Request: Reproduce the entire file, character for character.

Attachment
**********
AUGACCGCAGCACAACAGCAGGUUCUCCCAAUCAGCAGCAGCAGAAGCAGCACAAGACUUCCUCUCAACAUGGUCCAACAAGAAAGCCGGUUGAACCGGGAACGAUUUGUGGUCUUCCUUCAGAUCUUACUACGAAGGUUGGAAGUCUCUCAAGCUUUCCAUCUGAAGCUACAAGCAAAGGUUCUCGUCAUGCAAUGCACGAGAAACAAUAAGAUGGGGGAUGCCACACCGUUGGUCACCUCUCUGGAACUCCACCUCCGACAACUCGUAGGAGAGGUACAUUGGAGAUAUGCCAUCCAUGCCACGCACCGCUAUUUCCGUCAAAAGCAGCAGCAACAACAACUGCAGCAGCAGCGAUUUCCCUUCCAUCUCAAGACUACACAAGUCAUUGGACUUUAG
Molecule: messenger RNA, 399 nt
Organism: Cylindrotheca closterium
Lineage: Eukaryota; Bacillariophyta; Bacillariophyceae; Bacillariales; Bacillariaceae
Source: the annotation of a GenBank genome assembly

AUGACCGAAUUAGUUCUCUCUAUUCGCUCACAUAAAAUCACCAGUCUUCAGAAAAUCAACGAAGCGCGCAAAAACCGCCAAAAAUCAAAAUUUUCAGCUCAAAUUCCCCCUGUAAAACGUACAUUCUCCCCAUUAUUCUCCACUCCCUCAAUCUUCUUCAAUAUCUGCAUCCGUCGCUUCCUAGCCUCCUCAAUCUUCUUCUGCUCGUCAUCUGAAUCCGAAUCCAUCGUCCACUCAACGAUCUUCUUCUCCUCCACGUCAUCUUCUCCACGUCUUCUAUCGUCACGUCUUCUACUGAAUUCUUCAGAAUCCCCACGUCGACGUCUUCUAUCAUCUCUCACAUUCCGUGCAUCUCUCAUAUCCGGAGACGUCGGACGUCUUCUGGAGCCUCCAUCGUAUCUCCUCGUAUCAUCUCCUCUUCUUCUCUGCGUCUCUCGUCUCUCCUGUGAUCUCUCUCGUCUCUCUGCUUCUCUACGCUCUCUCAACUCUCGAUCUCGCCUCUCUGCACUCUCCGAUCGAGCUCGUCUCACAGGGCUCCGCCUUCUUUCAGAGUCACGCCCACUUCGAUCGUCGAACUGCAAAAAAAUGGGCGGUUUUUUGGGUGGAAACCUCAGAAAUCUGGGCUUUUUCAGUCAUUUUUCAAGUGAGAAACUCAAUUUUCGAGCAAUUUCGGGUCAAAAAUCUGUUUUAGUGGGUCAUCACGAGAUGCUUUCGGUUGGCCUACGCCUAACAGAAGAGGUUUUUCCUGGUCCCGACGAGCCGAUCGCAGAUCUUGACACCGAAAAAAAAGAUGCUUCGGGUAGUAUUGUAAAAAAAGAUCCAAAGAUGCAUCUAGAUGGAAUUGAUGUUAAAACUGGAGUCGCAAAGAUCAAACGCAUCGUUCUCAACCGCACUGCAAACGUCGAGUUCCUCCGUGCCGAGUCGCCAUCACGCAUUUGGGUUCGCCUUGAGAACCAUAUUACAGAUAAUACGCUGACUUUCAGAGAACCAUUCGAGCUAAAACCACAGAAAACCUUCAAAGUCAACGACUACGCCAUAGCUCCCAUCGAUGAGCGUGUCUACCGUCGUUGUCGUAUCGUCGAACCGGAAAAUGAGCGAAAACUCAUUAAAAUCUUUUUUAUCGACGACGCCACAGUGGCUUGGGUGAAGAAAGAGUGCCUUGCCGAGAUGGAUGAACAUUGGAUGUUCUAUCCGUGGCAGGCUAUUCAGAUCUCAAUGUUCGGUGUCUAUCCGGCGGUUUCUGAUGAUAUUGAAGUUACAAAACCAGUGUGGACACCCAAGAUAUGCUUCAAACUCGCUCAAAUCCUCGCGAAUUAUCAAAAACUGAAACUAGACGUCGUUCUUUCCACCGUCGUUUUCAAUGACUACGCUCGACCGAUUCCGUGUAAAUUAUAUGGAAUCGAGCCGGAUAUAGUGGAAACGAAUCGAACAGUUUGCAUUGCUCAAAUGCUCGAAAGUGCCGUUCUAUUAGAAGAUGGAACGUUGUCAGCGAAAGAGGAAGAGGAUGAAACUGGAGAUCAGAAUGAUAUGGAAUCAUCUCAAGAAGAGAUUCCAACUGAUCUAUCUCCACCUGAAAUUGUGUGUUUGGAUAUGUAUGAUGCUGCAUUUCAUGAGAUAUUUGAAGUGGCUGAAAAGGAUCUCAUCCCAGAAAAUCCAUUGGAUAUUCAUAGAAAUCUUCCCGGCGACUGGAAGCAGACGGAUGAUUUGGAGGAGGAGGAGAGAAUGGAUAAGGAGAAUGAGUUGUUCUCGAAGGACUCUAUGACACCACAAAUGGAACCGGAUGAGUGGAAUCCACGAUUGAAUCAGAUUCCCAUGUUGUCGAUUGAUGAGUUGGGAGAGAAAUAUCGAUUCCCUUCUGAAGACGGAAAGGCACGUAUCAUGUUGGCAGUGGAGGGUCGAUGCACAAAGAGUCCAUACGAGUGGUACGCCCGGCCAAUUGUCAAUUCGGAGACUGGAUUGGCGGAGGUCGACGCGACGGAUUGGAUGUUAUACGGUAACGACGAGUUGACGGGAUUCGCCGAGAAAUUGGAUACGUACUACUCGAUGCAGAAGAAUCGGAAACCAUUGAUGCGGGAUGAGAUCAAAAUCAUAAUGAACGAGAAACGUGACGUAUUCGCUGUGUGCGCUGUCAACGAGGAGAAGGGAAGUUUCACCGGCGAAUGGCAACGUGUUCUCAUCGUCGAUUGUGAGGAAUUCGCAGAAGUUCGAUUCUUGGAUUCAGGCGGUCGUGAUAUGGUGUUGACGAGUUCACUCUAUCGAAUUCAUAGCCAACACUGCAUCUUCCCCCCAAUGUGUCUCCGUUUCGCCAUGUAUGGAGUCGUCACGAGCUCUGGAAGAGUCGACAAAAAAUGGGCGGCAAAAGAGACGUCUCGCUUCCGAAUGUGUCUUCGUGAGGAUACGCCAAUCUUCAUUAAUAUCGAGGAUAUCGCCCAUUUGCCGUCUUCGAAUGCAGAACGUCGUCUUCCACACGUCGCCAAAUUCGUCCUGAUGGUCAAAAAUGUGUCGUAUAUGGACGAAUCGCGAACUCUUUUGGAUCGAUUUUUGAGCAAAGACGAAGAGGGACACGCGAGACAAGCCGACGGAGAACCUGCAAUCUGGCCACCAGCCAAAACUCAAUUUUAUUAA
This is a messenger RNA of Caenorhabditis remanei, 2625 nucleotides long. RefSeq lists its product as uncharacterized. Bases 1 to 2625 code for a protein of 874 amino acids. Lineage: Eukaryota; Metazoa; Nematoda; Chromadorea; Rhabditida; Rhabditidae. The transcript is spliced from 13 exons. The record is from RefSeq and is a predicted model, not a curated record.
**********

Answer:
AUGACCGCAGCACAACAGCAGGUUCUCCCAAUCAGCAGCAGCAGAAGCAGCACAAGACUUCCUCUCAACAUGGUCCAACAAGAAAGCCGGUUGAACCGGGAACGAUUUGUGGUCUUCCUUCAGAUCUUACUACGAAGGUUGGAAGUCUCUCAAGCUUUCCAUCUGAAGCUACAAGCAAAGGUUCUCGUCAUGCAAUGCACGAGAAACAAUAAGAUGGGGGAUGCCACACCGUUGGUCACCUCUCUGGAACUCCACCUCCGACAACUCGUAGGAGAGGUACAUUGGAGAUAUGCCAUCCAUGCCACGCACCGCUAUUUCCGUCAAAAGCAGCAGCAACAACAACUGCAGCAGCAGCGAUUUCCCUUCCAUCUCAAGACUACACAAGUCAUUGGACUUUAG
Molecule: messenger RNA, 399 nt
Organism: Cylindrotheca closterium
Lineage: Eukaryota; Bacillariophyta; Bacillariophyceae; Bacillariales; Bacillariaceae
Source: the annotation of a GenBank genome assembly

AUGACCGAAUUAGUUCUCUCUAUUCGCUCACAUAAAAUCACCAGUCUUCAGAAAAUCAACGAAGCGCGCAAAAACCGCCAAAAAUCAAAAUUUUCAGCUCAAAUUCCCCCUGUAAAACGUACAUUCUCCCCAUUAUUCUCCACUCCCUCAAUCUUCUUCAAUAUCUGCAUCCGUCGCUUCCUAGCCUCCUCAAUCUUCUUCUGCUCGUCAUCUGAAUCCGAAUCCAUCGUCCACUCAACGAUCUUCUUCUCCUCCACGUCAUCUUCUCCACGUCUUCUAUCGUCACGUCUUCUACUGAAUUCUUCAGAAUCCCCACGUCGACGUCUUCUAUCAUCUCUCACAUUCCGUGCAUCUCUCAUAUCCGGAGACGUCGGACGUCUUCUGGAGCCUCCAUCGUAUCUCCUCGUAUCAUCUCCUCUUCUUCUCUGCGUCUCUCGUCUCUCCUGUGAUCUCUCUCGUCUCUCUGCUUCUCUACGCUCUCUCAACUCUCGAUCUCGCCUCUCUGCACUCUCCGAUCGAGCUCGUCUCACAGGGCUCCGCCUUCUUUCAGAGUCACGCCCACUUCGAUCGUCGAACUGCAAAAAAAUGGGCGGUUUUUUGGGUGGAAACCUCAGAAAUCUGGGCUUUUUCAGUCAUUUUUCAAGUGAGAAACUCAAUUUUCGAGCAAUUUCGGGUCAAAAAUCUGUUUUAGUGGGUCAUCACGAGAUGCUUUCGGUUGGCCUACGCCUAACAGAAGAGGUUUUUCCUGGUCCCGACGAGCCGAUCGCAGAUCUUGACACCGAAAAAAAAGAUGCUUCGGGUAGUAUUGUAAAAAAAGAUCCAAAGAUGCAUCUAGAUGGAAUUGAUGUUAAAACUGGAGUCGCAAAGAUCAAACGCAUCGUUCUCAACCGCACUGCAAACGUCGAGUUCCUCCGUGCCGAGUCGCCAUCACGCAUUUGGGUUCGCCUUGAGAACCAUAUUACAGAUAAUACGCUGACUUUCAGAGAACCAUUCGAGCUAAAACCACAGAAAACCUUCAAAGUCAACGACUACGCCAUAGCUCCCAUCGAUGAGCGUGUCUACCGUCGUUGUCGUAUCGUCGAACCGGAAAAUGAGCGAAAACUCAUUAAAAUCUUUUUUAUCGACGACGCCACAGUGGCUUGGGUGAAGAAAGAGUGCCUUGCCGAGAUGGAUGAACAUUGGAUGUUCUAUCCGUGGCAGGCUAUUCAGAUCUCAAUGUUCGGUGUCUAUCCGGCGGUUUCUGAUGAUAUUGAAGUUACAAAACCAGUGUGGACACCCAAGAUAUGCUUCAAACUCGCUCAAAUCCUCGCGAAUUAUCAAAAACUGAAACUAGACGUCGUUCUUUCCACCGUCGUUUUCAAUGACUACGCUCGACCGAUUCCGUGUAAAUUAUAUGGAAUCGAGCCGGAUAUAGUGGAAACGAAUCGAACAGUUUGCAUUGCUCAAAUGCUCGAAAGUGCCGUUCUAUUAGAAGAUGGAACGUUGUCAGCGAAAGAGGAAGAGGAUGAAACUGGAGAUCAGAAUGAUAUGGAAUCAUCUCAAGAAGAGAUUCCAACUGAUCUAUCUCCACCUGAAAUUGUGUGUUUGGAUAUGUAUGAUGCUGCAUUUCAUGAGAUAUUUGAAGUGGCUGAAAAGGAUCUCAUCCCAGAAAAUCCAUUGGAUAUUCAUAGAAAUCUUCCCGGCGACUGGAAGCAGACGGAUGAUUUGGAGGAGGAGGAGAGAAUGGAUAAGGAGAAUGAGUUGUUCUCGAAGGACUCUAUGACACCACAAAUGGAACCGGAUGAGUGGAAUCCACGAUUGAAUCAGAUUCCCAUGUUGUCGAUUGAUGAGUUGGGAGAGAAAUAUCGAUUCCCUUCUGAAGACGGAAAGGCACGUAUCAUGUUGGCAGUGGAGGGUCGAUGCACAAAGAGUCCAUACGAGUGGUACGCCCGGCCAAUUGUCAAUUCGGAGACUGGAUUGGCGGAGGUCGACGCGACGGAUUGGAUGUUAUACGGUAACGACGAGUUGACGGGAUUCGCCGAGAAAUUGGAUACGUACUACUCGAUGCAGAAGAAUCGGAAACCAUUGAUGCGGGAUGAGAUCAAAAUCAUAAUGAACGAGAAACGUGACGUAUUCGCUGUGUGCGCUGUCAACGAGGAGAAGGGAAGUUUCACCGGCGAAUGGCAACGUGUUCUCAUCGUCGAUUGUGAGGAAUUCGCAGAAGUUCGAUUCUUGGAUUCAGGCGGUCGUGAUAUGGUGUUGACGAGUUCACUCUAUCGAAUUCAUAGCCAACACUGCAUCUUCCCCCCAAUGUGUCUCCGUUUCGCCAUGUAUGGAGUCGUCACGAGCUCUGGAAGAGUCGACAAAAAAUGGGCGGCAAAAGAGACGUCUCGCUUCCGAAUGUGUCUUCGUGAGGAUACGCCAAUCUUCAUUAAUAUCGAGGAUAUCGCCCAUUUGCCGUCUUCGAAUGCAGAACGUCGUCUUCCACACGUCGCCAAAUUCGUCCUGAUGGUCAAAAAUGUGUCGUAUAUGGACGAAUCGCGAACUCUUUUGGAUCGAUUUUUGAGCAAAGACGAAGAGGGACACGCGAGACAAGCCGACGGAGAACCUGCAAUCUGGCCACCAGCCAAAACUCAAUUUUAUUAA
This is a messenger RNA of Caenorhabditis remanei, 2625 nucleotides long. RefSeq lists its product as uncharacterized. Bases 1 to 2625 code for a protein of 874 amino acids. Lineage: Eukaryota; Metazoa; Nematoda; Chromadorea; Rhabditida; Rhabditidae. The transcript is spliced from 13 exons. The record is from RefSeq and is a predicted model, not a curated record.